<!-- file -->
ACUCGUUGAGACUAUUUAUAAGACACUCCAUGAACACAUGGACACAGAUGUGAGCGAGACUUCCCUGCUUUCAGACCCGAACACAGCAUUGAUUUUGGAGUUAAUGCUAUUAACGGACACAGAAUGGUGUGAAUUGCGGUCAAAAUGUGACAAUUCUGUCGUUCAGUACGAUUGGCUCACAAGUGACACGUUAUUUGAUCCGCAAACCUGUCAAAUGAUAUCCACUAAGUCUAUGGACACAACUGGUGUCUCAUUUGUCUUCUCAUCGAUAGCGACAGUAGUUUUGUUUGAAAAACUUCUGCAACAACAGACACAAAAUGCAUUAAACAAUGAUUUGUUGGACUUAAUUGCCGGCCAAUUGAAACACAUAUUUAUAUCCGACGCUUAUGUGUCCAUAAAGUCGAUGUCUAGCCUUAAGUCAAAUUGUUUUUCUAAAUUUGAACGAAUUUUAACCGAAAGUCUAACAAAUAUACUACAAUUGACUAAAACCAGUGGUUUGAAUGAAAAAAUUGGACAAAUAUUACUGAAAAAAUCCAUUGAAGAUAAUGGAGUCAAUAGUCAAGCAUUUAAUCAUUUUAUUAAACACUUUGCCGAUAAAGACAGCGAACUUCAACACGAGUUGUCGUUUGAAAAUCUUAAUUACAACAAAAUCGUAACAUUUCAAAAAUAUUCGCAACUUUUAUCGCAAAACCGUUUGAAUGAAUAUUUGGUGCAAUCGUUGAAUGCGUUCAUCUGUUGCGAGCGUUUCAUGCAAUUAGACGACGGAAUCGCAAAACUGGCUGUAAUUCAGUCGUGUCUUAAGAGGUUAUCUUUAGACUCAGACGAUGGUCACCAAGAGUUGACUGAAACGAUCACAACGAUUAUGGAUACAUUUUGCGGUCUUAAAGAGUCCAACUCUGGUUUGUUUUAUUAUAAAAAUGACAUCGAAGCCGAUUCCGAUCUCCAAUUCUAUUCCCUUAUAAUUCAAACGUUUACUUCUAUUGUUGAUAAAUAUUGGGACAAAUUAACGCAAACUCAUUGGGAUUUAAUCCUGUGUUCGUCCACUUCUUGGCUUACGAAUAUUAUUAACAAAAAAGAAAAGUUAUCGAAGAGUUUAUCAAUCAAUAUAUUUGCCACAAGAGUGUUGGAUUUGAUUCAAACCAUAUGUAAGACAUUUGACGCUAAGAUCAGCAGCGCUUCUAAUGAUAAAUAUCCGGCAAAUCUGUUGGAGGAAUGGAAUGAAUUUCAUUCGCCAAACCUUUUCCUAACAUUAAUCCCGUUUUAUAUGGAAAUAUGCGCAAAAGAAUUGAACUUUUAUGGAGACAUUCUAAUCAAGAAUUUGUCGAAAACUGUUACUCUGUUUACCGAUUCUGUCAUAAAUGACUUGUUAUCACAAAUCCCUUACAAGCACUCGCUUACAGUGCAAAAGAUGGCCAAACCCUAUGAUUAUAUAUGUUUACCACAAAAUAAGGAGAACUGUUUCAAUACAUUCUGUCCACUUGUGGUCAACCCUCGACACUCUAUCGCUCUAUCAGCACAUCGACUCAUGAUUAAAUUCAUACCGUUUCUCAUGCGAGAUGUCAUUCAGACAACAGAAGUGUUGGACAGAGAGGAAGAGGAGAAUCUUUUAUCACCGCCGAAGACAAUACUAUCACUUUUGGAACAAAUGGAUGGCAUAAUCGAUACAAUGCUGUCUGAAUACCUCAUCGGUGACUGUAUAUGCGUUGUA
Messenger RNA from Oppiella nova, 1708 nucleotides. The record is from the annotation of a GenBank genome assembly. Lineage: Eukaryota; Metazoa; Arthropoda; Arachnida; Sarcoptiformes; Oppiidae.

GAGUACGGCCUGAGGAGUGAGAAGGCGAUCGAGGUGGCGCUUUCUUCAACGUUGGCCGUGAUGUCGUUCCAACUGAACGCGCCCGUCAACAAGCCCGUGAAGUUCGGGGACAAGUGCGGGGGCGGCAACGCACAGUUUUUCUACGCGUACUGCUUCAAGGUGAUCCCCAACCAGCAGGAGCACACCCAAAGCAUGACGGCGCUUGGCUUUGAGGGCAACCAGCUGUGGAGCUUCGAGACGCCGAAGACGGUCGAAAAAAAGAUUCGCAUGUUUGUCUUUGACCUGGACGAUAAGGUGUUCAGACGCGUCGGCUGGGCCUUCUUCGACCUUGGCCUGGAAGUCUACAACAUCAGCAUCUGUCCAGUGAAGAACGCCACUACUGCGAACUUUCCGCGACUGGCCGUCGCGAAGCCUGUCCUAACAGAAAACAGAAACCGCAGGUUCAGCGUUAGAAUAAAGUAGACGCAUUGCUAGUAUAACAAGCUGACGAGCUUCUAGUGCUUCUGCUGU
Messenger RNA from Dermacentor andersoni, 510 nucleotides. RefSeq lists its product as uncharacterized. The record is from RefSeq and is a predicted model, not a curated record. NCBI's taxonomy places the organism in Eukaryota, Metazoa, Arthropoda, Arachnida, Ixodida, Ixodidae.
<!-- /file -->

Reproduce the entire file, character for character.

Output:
ACUCGUUGAGACUAUUUAUAAGACACUCCAUGAACACAUGGACACAGAUGUGAGCGAGACUUCCCUGCUUUCAGACCCGAACACAGCAUUGAUUUUGGAGUUAAUGCUAUUAACGGACACAGAAUGGUGUGAAUUGCGGUCAAAAUGUGACAAUUCUGUCGUUCAGUACGAUUGGCUCACAAGUGACACGUUAUUUGAUCCGCAAACCUGUCAAAUGAUAUCCACUAAGUCUAUGGACACAACUGGUGUCUCAUUUGUCUUCUCAUCGAUAGCGACAGUAGUUUUGUUUGAAAAACUUCUGCAACAACAGACACAAAAUGCAUUAAACAAUGAUUUGUUGGACUUAAUUGCCGGCCAAUUGAAACACAUAUUUAUAUCCGACGCUUAUGUGUCCAUAAAGUCGAUGUCUAGCCUUAAGUCAAAUUGUUUUUCUAAAUUUGAACGAAUUUUAACCGAAAGUCUAACAAAUAUACUACAAUUGACUAAAACCAGUGGUUUGAAUGAAAAAAUUGGACAAAUAUUACUGAAAAAAUCCAUUGAAGAUAAUGGAGUCAAUAGUCAAGCAUUUAAUCAUUUUAUUAAACACUUUGCCGAUAAAGACAGCGAACUUCAACACGAGUUGUCGUUUGAAAAUCUUAAUUACAACAAAAUCGUAACAUUUCAAAAAUAUUCGCAACUUUUAUCGCAAAACCGUUUGAAUGAAUAUUUGGUGCAAUCGUUGAAUGCGUUCAUCUGUUGCGAGCGUUUCAUGCAAUUAGACGACGGAAUCGCAAAACUGGCUGUAAUUCAGUCGUGUCUUAAGAGGUUAUCUUUAGACUCAGACGAUGGUCACCAAGAGUUGACUGAAACGAUCACAACGAUUAUGGAUACAUUUUGCGGUCUUAAAGAGUCCAACUCUGGUUUGUUUUAUUAUAAAAAUGACAUCGAAGCCGAUUCCGAUCUCCAAUUCUAUUCCCUUAUAAUUCAAACGUUUACUUCUAUUGUUGAUAAAUAUUGGGACAAAUUAACGCAAACUCAUUGGGAUUUAAUCCUGUGUUCGUCCACUUCUUGGCUUACGAAUAUUAUUAACAAAAAAGAAAAGUUAUCGAAGAGUUUAUCAAUCAAUAUAUUUGCCACAAGAGUGUUGGAUUUGAUUCAAACCAUAUGUAAGACAUUUGACGCUAAGAUCAGCAGCGCUUCUAAUGAUAAAUAUCCGGCAAAUCUGUUGGAGGAAUGGAAUGAAUUUCAUUCGCCAAACCUUUUCCUAACAUUAAUCCCGUUUUAUAUGGAAAUAUGCGCAAAAGAAUUGAACUUUUAUGGAGACAUUCUAAUCAAGAAUUUGUCGAAAACUGUUACUCUGUUUACCGAUUCUGUCAUAAAUGACUUGUUAUCACAAAUCCCUUACAAGCACUCGCUUACAGUGCAAAAGAUGGCCAAACCCUAUGAUUAUAUAUGUUUACCACAAAAUAAGGAGAACUGUUUCAAUACAUUCUGUCCACUUGUGGUCAACCCUCGACACUCUAUCGCUCUAUCAGCACAUCGACUCAUGAUUAAAUUCAUACCGUUUCUCAUGCGAGAUGUCAUUCAGACAACAGAAGUGUUGGACAGAGAGGAAGAGGAGAAUCUUUUAUCACCGCCGAAGACAAUACUAUCACUUUUGGAACAAAUGGAUGGCAUAAUCGAUACAAUGCUGUCUGAAUACCUCAUCGGUGACUGUAUAUGCGUUGUA
Messenger RNA from Oppiella nova, 1708 nucleotides. The record is from the annotation of a GenBank genome assembly. Lineage: Eukaryota; Metazoa; Arthropoda; Arachnida; Sarcoptiformes; Oppiidae.

GAGUACGGCCUGAGGAGUGAGAAGGCGAUCGAGGUGGCGCUUUCUUCAACGUUGGCCGUGAUGUCGUUCCAACUGAACGCGCCCGUCAACAAGCCCGUGAAGUUCGGGGACAAGUGCGGGGGCGGCAACGCACAGUUUUUCUACGCGUACUGCUUCAAGGUGAUCCCCAACCAGCAGGAGCACACCCAAAGCAUGACGGCGCUUGGCUUUGAGGGCAACCAGCUGUGGAGCUUCGAGACGCCGAAGACGGUCGAAAAAAAGAUUCGCAUGUUUGUCUUUGACCUGGACGAUAAGGUGUUCAGACGCGUCGGCUGGGCCUUCUUCGACCUUGGCCUGGAAGUCUACAACAUCAGCAUCUGUCCAGUGAAGAACGCCACUACUGCGAACUUUCCGCGACUGGCCGUCGCGAAGCCUGUCCUAACAGAAAACAGAAACCGCAGGUUCAGCGUUAGAAUAAAGUAGACGCAUUGCUAGUAUAACAAGCUGACGAGCUUCUAGUGCUUCUGCUGU
Messenger RNA from Dermacentor andersoni, 510 nucleotides. RefSeq lists its product as uncharacterized. The record is from RefSeq and is a predicted model, not a curated record. NCBI's taxonomy places the organism in Eukaryota, Metazoa, Arthropoda, Arachnida, Ixodida, Ixodidae.